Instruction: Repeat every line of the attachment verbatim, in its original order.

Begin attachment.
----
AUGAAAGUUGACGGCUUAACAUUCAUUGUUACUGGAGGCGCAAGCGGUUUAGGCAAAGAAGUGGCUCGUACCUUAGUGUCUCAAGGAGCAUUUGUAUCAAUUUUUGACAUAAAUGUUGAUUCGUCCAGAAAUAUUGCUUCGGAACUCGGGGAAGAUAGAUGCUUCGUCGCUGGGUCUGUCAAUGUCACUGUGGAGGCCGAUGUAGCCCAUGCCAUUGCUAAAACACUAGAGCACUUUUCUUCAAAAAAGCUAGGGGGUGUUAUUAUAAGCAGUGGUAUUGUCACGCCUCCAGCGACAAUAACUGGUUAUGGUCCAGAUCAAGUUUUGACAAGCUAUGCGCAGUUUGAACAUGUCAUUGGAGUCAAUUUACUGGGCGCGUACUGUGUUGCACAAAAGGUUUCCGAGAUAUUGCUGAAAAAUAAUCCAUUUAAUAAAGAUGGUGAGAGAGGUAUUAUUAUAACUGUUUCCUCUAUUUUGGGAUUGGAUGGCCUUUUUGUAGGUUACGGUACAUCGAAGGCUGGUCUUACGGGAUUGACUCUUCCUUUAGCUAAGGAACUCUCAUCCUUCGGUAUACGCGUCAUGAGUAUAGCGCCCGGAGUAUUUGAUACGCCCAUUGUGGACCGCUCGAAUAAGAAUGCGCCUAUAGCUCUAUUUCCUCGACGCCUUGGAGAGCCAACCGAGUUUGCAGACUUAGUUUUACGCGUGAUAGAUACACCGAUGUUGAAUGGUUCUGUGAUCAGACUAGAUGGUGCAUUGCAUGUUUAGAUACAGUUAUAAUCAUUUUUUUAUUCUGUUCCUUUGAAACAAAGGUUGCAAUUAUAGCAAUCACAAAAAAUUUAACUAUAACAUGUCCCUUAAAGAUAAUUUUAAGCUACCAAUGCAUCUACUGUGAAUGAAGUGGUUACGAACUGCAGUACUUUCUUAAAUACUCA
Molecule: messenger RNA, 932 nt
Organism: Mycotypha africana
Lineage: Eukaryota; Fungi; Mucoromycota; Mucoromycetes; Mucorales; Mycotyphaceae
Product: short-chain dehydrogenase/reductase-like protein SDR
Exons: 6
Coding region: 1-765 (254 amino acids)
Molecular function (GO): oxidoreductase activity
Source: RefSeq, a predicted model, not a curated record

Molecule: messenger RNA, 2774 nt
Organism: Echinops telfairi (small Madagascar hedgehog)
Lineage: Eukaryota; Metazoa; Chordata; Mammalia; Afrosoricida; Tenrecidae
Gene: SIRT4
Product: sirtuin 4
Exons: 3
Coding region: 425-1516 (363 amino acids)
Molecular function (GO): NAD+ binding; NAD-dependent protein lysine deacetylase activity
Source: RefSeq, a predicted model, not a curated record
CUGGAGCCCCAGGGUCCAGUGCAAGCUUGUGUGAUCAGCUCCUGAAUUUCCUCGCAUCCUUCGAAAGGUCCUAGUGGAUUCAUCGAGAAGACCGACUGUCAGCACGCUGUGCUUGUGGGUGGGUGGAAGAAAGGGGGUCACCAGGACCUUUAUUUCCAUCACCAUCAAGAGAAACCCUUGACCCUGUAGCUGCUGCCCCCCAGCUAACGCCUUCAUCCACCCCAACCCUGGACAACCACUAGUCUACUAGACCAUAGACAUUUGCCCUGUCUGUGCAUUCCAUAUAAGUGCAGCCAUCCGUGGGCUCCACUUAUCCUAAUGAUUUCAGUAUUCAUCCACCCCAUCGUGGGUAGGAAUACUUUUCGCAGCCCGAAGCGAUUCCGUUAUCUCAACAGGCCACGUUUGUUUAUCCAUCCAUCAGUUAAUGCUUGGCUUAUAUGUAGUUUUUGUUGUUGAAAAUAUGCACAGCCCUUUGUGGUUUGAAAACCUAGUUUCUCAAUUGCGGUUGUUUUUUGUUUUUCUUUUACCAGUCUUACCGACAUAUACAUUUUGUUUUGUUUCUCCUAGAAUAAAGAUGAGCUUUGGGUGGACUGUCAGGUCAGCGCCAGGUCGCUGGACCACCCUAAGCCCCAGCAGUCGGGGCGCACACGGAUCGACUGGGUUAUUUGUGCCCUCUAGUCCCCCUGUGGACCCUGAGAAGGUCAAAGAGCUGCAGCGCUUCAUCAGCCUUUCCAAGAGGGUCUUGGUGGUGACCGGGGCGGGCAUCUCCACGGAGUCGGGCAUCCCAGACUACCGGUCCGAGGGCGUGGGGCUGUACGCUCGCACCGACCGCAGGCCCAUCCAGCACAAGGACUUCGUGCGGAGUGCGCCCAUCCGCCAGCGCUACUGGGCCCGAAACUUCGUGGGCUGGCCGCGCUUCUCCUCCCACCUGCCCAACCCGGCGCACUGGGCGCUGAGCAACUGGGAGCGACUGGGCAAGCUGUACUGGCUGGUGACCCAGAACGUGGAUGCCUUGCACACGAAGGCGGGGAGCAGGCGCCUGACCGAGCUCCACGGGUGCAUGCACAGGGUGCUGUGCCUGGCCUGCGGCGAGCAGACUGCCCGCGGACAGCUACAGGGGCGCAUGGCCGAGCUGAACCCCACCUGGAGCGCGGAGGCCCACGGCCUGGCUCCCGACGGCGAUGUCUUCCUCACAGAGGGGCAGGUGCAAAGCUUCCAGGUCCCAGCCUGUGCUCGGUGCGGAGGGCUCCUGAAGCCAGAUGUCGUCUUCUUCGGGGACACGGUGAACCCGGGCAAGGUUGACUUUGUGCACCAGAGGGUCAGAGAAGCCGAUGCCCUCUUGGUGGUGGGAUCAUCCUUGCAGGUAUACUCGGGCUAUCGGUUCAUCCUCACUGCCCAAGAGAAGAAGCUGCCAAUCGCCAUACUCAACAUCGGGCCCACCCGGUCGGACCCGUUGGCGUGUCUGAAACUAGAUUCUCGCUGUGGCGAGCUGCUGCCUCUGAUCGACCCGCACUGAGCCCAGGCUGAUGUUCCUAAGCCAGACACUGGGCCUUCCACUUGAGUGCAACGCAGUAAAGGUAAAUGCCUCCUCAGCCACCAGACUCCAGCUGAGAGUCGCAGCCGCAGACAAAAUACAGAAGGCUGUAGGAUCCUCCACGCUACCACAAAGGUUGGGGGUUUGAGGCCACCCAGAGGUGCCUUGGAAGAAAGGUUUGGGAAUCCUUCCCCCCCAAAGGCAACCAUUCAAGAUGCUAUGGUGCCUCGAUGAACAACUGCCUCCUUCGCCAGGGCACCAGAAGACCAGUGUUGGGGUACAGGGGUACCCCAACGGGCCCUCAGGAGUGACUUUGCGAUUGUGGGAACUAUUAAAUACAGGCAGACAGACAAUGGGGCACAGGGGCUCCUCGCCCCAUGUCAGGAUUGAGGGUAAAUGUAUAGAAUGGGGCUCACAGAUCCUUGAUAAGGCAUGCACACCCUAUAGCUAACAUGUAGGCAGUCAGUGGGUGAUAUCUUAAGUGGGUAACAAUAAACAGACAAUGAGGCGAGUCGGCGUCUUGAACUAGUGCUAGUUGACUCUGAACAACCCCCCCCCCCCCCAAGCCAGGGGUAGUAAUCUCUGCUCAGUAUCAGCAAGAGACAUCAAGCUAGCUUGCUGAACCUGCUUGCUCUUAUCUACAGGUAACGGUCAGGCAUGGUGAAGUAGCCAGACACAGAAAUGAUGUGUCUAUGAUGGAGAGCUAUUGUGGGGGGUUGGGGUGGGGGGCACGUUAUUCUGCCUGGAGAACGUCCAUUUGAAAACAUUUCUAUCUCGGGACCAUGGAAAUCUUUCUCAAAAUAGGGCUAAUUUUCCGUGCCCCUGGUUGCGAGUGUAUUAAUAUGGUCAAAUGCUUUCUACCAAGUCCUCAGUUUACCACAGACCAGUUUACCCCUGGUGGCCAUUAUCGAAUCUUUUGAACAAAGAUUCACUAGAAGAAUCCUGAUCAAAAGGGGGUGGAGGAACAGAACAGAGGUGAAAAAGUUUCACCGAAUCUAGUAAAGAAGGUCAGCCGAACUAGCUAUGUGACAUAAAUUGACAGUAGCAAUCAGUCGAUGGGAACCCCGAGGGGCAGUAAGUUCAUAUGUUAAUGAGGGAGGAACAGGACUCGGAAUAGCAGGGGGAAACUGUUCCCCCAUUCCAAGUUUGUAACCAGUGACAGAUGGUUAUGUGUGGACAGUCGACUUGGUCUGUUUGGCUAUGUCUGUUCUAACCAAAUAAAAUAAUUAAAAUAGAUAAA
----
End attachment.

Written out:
AUGAAAGUUGACGGCUUAACAUUCAUUGUUACUGGAGGCGCAAGCGGUUUAGGCAAAGAAGUGGCUCGUACCUUAGUGUCUCAAGGAGCAUUUGUAUCAAUUUUUGACAUAAAUGUUGAUUCGUCCAGAAAUAUUGCUUCGGAACUCGGGGAAGAUAGAUGCUUCGUCGCUGGGUCUGUCAAUGUCACUGUGGAGGCCGAUGUAGCCCAUGCCAUUGCUAAAACACUAGAGCACUUUUCUUCAAAAAAGCUAGGGGGUGUUAUUAUAAGCAGUGGUAUUGUCACGCCUCCAGCGACAAUAACUGGUUAUGGUCCAGAUCAAGUUUUGACAAGCUAUGCGCAGUUUGAACAUGUCAUUGGAGUCAAUUUACUGGGCGCGUACUGUGUUGCACAAAAGGUUUCCGAGAUAUUGCUGAAAAAUAAUCCAUUUAAUAAAGAUGGUGAGAGAGGUAUUAUUAUAACUGUUUCCUCUAUUUUGGGAUUGGAUGGCCUUUUUGUAGGUUACGGUACAUCGAAGGCUGGUCUUACGGGAUUGACUCUUCCUUUAGCUAAGGAACUCUCAUCCUUCGGUAUACGCGUCAUGAGUAUAGCGCCCGGAGUAUUUGAUACGCCCAUUGUGGACCGCUCGAAUAAGAAUGCGCCUAUAGCUCUAUUUCCUCGACGCCUUGGAGAGCCAACCGAGUUUGCAGACUUAGUUUUACGCGUGAUAGAUACACCGAUGUUGAAUGGUUCUGUGAUCAGACUAGAUGGUGCAUUGCAUGUUUAGAUACAGUUAUAAUCAUUUUUUUAUUCUGUUCCUUUGAAACAAAGGUUGCAAUUAUAGCAAUCACAAAAAAUUUAACUAUAACAUGUCCCUUAAAGAUAAUUUUAAGCUACCAAUGCAUCUACUGUGAAUGAAGUGGUUACGAACUGCAGUACUUUCUUAAAUACUCA
Molecule: messenger RNA, 932 nt
Organism: Mycotypha africana
Lineage: Eukaryota; Fungi; Mucoromycota; Mucoromycetes; Mucorales; Mycotyphaceae
Product: short-chain dehydrogenase/reductase-like protein SDR
Exons: 6
Coding region: 1-765 (254 amino acids)
Molecular function (GO): oxidoreductase activity
Source: RefSeq, a predicted model, not a curated record

Molecule: messenger RNA, 2774 nt
Organism: Echinops telfairi (small Madagascar hedgehog)
Lineage: Eukaryota; Metazoa; Chordata; Mammalia; Afrosoricida; Tenrecidae
Gene: SIRT4
Product: sirtuin 4
Exons: 3
Coding region: 425-1516 (363 amino acids)
Molecular function (GO): NAD+ binding; NAD-dependent protein lysine deacetylase activity
Source: RefSeq, a predicted model, not a curated record
CUGGAGCCCCAGGGUCCAGUGCAAGCUUGUGUGAUCAGCUCCUGAAUUUCCUCGCAUCCUUCGAAAGGUCCUAGUGGAUUCAUCGAGAAGACCGACUGUCAGCACGCUGUGCUUGUGGGUGGGUGGAAGAAAGGGGGUCACCAGGACCUUUAUUUCCAUCACCAUCAAGAGAAACCCUUGACCCUGUAGCUGCUGCCCCCCAGCUAACGCCUUCAUCCACCCCAACCCUGGACAACCACUAGUCUACUAGACCAUAGACAUUUGCCCUGUCUGUGCAUUCCAUAUAAGUGCAGCCAUCCGUGGGCUCCACUUAUCCUAAUGAUUUCAGUAUUCAUCCACCCCAUCGUGGGUAGGAAUACUUUUCGCAGCCCGAAGCGAUUCCGUUAUCUCAACAGGCCACGUUUGUUUAUCCAUCCAUCAGUUAAUGCUUGGCUUAUAUGUAGUUUUUGUUGUUGAAAAUAUGCACAGCCCUUUGUGGUUUGAAAACCUAGUUUCUCAAUUGCGGUUGUUUUUUGUUUUUCUUUUACCAGUCUUACCGACAUAUACAUUUUGUUUUGUUUCUCCUAGAAUAAAGAUGAGCUUUGGGUGGACUGUCAGGUCAGCGCCAGGUCGCUGGACCACCCUAAGCCCCAGCAGUCGGGGCGCACACGGAUCGACUGGGUUAUUUGUGCCCUCUAGUCCCCCUGUGGACCCUGAGAAGGUCAAAGAGCUGCAGCGCUUCAUCAGCCUUUCCAAGAGGGUCUUGGUGGUGACCGGGGCGGGCAUCUCCACGGAGUCGGGCAUCCCAGACUACCGGUCCGAGGGCGUGGGGCUGUACGCUCGCACCGACCGCAGGCCCAUCCAGCACAAGGACUUCGUGCGGAGUGCGCCCAUCCGCCAGCGCUACUGGGCCCGAAACUUCGUGGGCUGGCCGCGCUUCUCCUCCCACCUGCCCAACCCGGCGCACUGGGCGCUGAGCAACUGGGAGCGACUGGGCAAGCUGUACUGGCUGGUGACCCAGAACGUGGAUGCCUUGCACACGAAGGCGGGGAGCAGGCGCCUGACCGAGCUCCACGGGUGCAUGCACAGGGUGCUGUGCCUGGCCUGCGGCGAGCAGACUGCCCGCGGACAGCUACAGGGGCGCAUGGCCGAGCUGAACCCCACCUGGAGCGCGGAGGCCCACGGCCUGGCUCCCGACGGCGAUGUCUUCCUCACAGAGGGGCAGGUGCAAAGCUUCCAGGUCCCAGCCUGUGCUCGGUGCGGAGGGCUCCUGAAGCCAGAUGUCGUCUUCUUCGGGGACACGGUGAACCCGGGCAAGGUUGACUUUGUGCACCAGAGGGUCAGAGAAGCCGAUGCCCUCUUGGUGGUGGGAUCAUCCUUGCAGGUAUACUCGGGCUAUCGGUUCAUCCUCACUGCCCAAGAGAAGAAGCUGCCAAUCGCCAUACUCAACAUCGGGCCCACCCGGUCGGACCCGUUGGCGUGUCUGAAACUAGAUUCUCGCUGUGGCGAGCUGCUGCCUCUGAUCGACCCGCACUGAGCCCAGGCUGAUGUUCCUAAGCCAGACACUGGGCCUUCCACUUGAGUGCAACGCAGUAAAGGUAAAUGCCUCCUCAGCCACCAGACUCCAGCUGAGAGUCGCAGCCGCAGACAAAAUACAGAAGGCUGUAGGAUCCUCCACGCUACCACAAAGGUUGGGGGUUUGAGGCCACCCAGAGGUGCCUUGGAAGAAAGGUUUGGGAAUCCUUCCCCCCCAAAGGCAACCAUUCAAGAUGCUAUGGUGCCUCGAUGAACAACUGCCUCCUUCGCCAGGGCACCAGAAGACCAGUGUUGGGGUACAGGGGUACCCCAACGGGCCCUCAGGAGUGACUUUGCGAUUGUGGGAACUAUUAAAUACAGGCAGACAGACAAUGGGGCACAGGGGCUCCUCGCCCCAUGUCAGGAUUGAGGGUAAAUGUAUAGAAUGGGGCUCACAGAUCCUUGAUAAGGCAUGCACACCCUAUAGCUAACAUGUAGGCAGUCAGUGGGUGAUAUCUUAAGUGGGUAACAAUAAACAGACAAUGAGGCGAGUCGGCGUCUUGAACUAGUGCUAGUUGACUCUGAACAACCCCCCCCCCCCCCAAGCCAGGGGUAGUAAUCUCUGCUCAGUAUCAGCAAGAGACAUCAAGCUAGCUUGCUGAACCUGCUUGCUCUUAUCUACAGGUAACGGUCAGGCAUGGUGAAGUAGCCAGACACAGAAAUGAUGUGUCUAUGAUGGAGAGCUAUUGUGGGGGGUUGGGGUGGGGGGCACGUUAUUCUGCCUGGAGAACGUCCAUUUGAAAACAUUUCUAUCUCGGGACCAUGGAAAUCUUUCUCAAAAUAGGGCUAAUUUUCCGUGCCCCUGGUUGCGAGUGUAUUAAUAUGGUCAAAUGCUUUCUACCAAGUCCUCAGUUUACCACAGACCAGUUUACCCCUGGUGGCCAUUAUCGAAUCUUUUGAACAAAGAUUCACUAGAAGAAUCCUGAUCAAAAGGGGGUGGAGGAACAGAACAGAGGUGAAAAAGUUUCACCGAAUCUAGUAAAGAAGGUCAGCCGAACUAGCUAUGUGACAUAAAUUGACAGUAGCAAUCAGUCGAUGGGAACCCCGAGGGGCAGUAAGUUCAUAUGUUAAUGAGGGAGGAACAGGACUCGGAAUAGCAGGGGGAAACUGUUCCCCCAUUCCAAGUUUGUAACCAGUGACAGAUGGUUAUGUGUGGACAGUCGACUUGGUCUGUUUGGCUAUGUCUGUUCUAACCAAAUAAAAUAAUUAAAAUAGAUAAA